When I returned from Uganda in July, people who asked about my reporting trip to Mulago Hospital assumed that the Yale attendings and residents had gone there to teach. It would seem to make sense that professionals coming from one of the leading universities in the richest country in the world and with access to the latest medical technologies would have much to teach the doctors and medical students at a hospital in one of the world’s poorest countries. In fact, the reverse was often true. In the middle of one Yale doctor’s first day on the wards at Mulago, he lamented how ineffectual he felt. Said Sam Luboga, M.D., deputy dean of the Faculty of Medicine at Makerere University in Kampala, “When people come here they can really feel bewildered. They find a hospital full of patients, without drugs, without supplies.”
At Mulago the Yale doctors became the students, with a lot to learn from their Ugandan colleagues. Denied all the accoutrements of modern medicine that are part of their daily lives, the Yale physicians fell back on the most basic tool of medicine—the physical exam—at which the Ugandan doctors excel. This is not to say that the Yale doctors had nothing to offer. While at Kampala, the Yale attendings and residents taught evidence-based medicine and provided new models for interactions with patients. The collaboration has also brought to Uganda textbooks and access to electronic medical texts. Both Makerere University and Yale University stand to benefit from the collaboration, which is expected to improve clinical care in New Haven as well as in Uganda.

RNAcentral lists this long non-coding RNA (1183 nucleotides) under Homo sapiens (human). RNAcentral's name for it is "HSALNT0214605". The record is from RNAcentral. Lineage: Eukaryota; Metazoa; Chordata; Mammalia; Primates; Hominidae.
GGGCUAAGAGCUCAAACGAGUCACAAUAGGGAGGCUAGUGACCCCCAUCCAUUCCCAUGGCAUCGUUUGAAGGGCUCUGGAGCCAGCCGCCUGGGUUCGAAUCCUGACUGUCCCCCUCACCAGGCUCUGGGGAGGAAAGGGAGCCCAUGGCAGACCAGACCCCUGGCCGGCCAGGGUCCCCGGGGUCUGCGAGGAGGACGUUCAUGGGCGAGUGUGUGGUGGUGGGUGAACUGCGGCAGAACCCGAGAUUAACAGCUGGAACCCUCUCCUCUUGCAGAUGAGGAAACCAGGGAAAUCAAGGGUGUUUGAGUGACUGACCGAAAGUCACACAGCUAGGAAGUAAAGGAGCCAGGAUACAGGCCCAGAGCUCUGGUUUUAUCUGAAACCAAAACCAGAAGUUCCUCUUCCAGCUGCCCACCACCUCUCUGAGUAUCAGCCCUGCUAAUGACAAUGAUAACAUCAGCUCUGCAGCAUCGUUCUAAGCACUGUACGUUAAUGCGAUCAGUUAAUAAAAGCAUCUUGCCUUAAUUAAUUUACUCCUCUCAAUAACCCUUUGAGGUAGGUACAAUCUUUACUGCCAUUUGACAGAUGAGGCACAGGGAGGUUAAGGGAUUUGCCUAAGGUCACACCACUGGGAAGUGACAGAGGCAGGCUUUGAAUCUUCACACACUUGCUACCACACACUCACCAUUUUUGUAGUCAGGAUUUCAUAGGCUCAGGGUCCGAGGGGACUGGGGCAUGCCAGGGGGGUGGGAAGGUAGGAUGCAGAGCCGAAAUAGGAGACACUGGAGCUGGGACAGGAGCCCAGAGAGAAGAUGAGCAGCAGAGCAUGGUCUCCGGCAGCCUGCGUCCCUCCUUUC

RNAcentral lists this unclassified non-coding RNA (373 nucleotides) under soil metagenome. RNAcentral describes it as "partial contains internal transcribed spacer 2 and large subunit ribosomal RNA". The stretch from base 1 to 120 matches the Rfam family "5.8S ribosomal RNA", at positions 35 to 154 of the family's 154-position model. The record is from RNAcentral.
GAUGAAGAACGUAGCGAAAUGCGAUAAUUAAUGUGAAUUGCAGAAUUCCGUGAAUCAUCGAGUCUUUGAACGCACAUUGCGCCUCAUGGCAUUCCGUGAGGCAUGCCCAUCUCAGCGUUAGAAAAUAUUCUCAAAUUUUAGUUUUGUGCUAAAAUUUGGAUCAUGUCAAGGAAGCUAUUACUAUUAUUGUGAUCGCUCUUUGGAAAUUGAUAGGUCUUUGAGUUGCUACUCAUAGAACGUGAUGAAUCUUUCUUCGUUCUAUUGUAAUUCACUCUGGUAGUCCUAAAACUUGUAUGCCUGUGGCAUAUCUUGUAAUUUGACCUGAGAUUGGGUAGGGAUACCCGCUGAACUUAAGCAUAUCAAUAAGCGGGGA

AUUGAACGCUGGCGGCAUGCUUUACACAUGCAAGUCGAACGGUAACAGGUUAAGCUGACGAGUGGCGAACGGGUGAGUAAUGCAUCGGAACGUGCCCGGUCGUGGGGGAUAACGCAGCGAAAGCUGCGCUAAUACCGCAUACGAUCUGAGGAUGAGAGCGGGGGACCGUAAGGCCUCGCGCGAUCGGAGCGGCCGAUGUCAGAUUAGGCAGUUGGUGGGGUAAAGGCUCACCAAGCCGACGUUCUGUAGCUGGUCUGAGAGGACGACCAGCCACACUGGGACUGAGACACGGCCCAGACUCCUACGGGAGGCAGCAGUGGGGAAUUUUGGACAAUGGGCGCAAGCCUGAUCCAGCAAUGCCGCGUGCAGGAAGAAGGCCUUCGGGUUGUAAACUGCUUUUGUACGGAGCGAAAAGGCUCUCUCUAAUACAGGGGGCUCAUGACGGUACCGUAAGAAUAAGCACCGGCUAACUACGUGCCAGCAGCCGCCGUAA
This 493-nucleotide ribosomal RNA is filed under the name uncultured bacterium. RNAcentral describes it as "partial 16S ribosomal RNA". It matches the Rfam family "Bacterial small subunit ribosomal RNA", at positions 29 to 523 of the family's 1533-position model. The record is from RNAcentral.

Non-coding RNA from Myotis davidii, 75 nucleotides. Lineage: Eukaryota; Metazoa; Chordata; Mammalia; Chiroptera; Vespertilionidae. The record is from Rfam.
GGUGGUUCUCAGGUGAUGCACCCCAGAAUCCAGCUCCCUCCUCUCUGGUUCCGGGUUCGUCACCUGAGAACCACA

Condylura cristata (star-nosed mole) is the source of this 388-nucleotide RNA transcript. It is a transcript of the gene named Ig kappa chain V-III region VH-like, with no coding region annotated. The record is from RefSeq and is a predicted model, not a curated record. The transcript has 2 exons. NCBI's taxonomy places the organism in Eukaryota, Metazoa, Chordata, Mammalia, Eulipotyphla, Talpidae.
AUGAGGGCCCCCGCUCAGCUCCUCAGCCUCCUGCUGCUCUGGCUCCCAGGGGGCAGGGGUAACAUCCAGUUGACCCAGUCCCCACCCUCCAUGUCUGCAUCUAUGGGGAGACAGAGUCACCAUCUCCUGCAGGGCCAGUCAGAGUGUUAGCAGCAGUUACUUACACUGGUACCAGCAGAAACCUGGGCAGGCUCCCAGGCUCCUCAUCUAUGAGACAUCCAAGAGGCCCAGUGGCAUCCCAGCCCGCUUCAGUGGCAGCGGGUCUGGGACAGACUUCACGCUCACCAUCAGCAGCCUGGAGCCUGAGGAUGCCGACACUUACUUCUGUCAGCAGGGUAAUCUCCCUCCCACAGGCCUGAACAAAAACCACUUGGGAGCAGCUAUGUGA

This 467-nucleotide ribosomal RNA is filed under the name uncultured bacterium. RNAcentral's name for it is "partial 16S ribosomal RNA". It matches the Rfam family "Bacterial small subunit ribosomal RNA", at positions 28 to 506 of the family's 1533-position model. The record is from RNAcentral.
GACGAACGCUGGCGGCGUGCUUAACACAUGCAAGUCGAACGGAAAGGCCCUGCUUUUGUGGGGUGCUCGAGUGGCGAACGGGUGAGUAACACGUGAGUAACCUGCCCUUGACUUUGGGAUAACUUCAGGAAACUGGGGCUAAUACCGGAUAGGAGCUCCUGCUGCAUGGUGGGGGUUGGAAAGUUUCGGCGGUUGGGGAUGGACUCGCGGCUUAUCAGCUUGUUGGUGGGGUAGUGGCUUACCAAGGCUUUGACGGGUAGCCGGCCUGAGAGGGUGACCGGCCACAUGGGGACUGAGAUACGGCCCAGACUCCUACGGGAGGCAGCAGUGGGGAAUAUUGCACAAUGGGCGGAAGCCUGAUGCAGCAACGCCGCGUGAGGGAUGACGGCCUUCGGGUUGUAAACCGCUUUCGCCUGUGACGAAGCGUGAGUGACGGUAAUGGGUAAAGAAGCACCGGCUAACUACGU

In this issue we also feature profiles of two doctors who specialize in the heart. John A. Elefteriades, M.D. ’76, HS ’83, chief of cardiothoracic surgery, learned the basics of cardiology from Lawrence S. Cohen, M.D., HS ’65. The two started as student and mentor, became colleagues and are now co-authors of a book about the heart, Your Heart: An Owner’s Guide.
On November 30 we learned of the passing of Nicholas P.R. Spinelli, M.D. ’44, a warm, kind and generous man and a good friend to all of us at Yale Medicine. When we were next door to the Office of Alumni Affairs, he often took the time to chat with us and ask us what stories we were working on or to suggest ideas for articles. And he always had something nice to say about our latest issue. We will miss him.